|Publication number||US5562843 A|
|Application number||US 08/308,650|
|Publication date||Oct 8, 1996|
|Filing date||Sep 19, 1994|
|Priority date||Dec 28, 1991|
|Publication number||08308650, 308650, US 5562843 A, US 5562843A, US-A-5562843, US5562843 A, US5562843A|
|Original Assignee||Joven Electric Co., Ltd.|
|Export Citation||BiBTeX, EndNote, RefMan|
|Patent Citations (8), Referenced by (56), Classifications (16), Legal Events (5)|
|External Links: USPTO, USPTO Assignment, Espacenet|
This is a continuation-in-part of U.S. patent aplication Ser. No. 07/994,491 filed Dec. 21, 1992, and entitled INDUSTRIAL ROBOT, now abandoned.
This invention relates to an industrial robot having contact sensing to avoid accidents and collisions of a robot arm with an operator, another robot, or any other object and avoid injury or damage to operators, other equipment, or the robotic arm itself.
Various approaches to solving this problem have been tried in the prior art. U.S. Pat. No. 4,514,616 discloses a robot arm collision detection mechanism having two movable members which are engaged in a cam surface-cam follower arrangement. A collision causes one member to become displaced from its "home position" and this displacement triggers a control switch.
U.S. Pat. No. 4,540,869 discloses a shaft inside a collision detection mechanism. When the welding torch nozzle moves sideways and strikes an object tip, the shaft is displaced. This lateral displacement of the shaft from its usual position triggers a control switch.
These solutions are mechanically complex and add measurably to the weight of the robot arm.
Accordingly, it is an object of the present invention to prevent the collision of a welding robot with another welding robot working at an adjacent position thereto or against an operator.
It is a further object of this invention to overcome the limitations of the prior art and provide a sensor that is reliable, light-weight, and relatively simple to manufacture and maintain.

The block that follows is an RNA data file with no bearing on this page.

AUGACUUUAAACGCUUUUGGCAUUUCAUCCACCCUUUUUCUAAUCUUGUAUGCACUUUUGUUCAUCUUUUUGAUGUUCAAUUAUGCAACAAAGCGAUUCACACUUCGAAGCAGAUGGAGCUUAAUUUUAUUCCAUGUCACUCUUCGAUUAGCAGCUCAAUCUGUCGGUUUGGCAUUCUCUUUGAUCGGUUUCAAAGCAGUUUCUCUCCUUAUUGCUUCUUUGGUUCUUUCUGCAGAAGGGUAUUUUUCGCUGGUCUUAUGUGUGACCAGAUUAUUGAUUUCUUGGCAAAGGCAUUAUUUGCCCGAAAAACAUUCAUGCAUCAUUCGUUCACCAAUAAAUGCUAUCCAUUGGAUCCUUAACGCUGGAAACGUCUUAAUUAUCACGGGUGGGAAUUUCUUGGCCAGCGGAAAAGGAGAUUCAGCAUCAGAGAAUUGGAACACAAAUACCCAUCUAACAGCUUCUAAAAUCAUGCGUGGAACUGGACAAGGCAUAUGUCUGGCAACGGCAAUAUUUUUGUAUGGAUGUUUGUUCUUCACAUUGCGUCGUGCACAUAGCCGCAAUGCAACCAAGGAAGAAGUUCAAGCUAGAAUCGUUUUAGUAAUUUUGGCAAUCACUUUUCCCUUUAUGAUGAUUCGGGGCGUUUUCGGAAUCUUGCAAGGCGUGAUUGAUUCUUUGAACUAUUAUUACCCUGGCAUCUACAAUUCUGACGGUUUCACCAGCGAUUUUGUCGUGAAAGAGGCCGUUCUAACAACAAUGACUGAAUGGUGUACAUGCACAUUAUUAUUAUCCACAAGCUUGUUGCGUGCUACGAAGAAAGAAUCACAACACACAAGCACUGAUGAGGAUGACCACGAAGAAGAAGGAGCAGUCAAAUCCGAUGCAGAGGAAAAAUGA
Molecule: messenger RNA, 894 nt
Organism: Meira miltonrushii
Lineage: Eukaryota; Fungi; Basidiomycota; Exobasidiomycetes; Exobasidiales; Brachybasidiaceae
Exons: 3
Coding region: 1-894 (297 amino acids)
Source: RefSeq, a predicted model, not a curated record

Briefly stated, a contact sensor for a robot includes a plurality of electrically conductive shafts extending outward from a moving portion of the robot. Electrically conductive flexible feelers are disposed on the shafts. In one embodiment the feelers are disposed in fan-like arrangement similar to a peacock feather. Leakage current from a low voltage power source is used by a robot controller to sense contact with a conductive object. The robot controller immediately stops operation and movement of the robot before damage occurs.
According to an embodiment of the invention, an industrial robot having a moveable arm includes a contact sensor affixed to the arm, means for biasing the contact sensor with a voltage, means for detecting a leakage current generated when the contact sensor makes contact with an object, and means for reacting to the leakage current by stopping the arm. The contact sensor includes an electrically conductive base, at least: one electrically conductive shaft affixed to the base, and at least one electrically conductive feeler affixed to the shaft.
According to an embodiment of the invention, a contact sensor for a machine tool having a moveable element includes an insulating ring on the element, an electrically conductive base on the ring, a plurality of electrically conductive shafts affixed to the base, a plurality of electrically conductive feelers affixed to the shafts, means for applying a voltage to the shafts, and means for sensing a leakage current resulting from contact with an object.
According to a feature of the invention, at least one of the shafts further includes a steel wire, an electrically conductive layer substantially enclosing the steel wire, and an electrically conductive cap affixed to the end of the shaft.
The above, and other objects, features and advantages of the present invention will become apparent from the following description read in conjunction with the accompanying drawings, in which like reference numerals designate the same elements.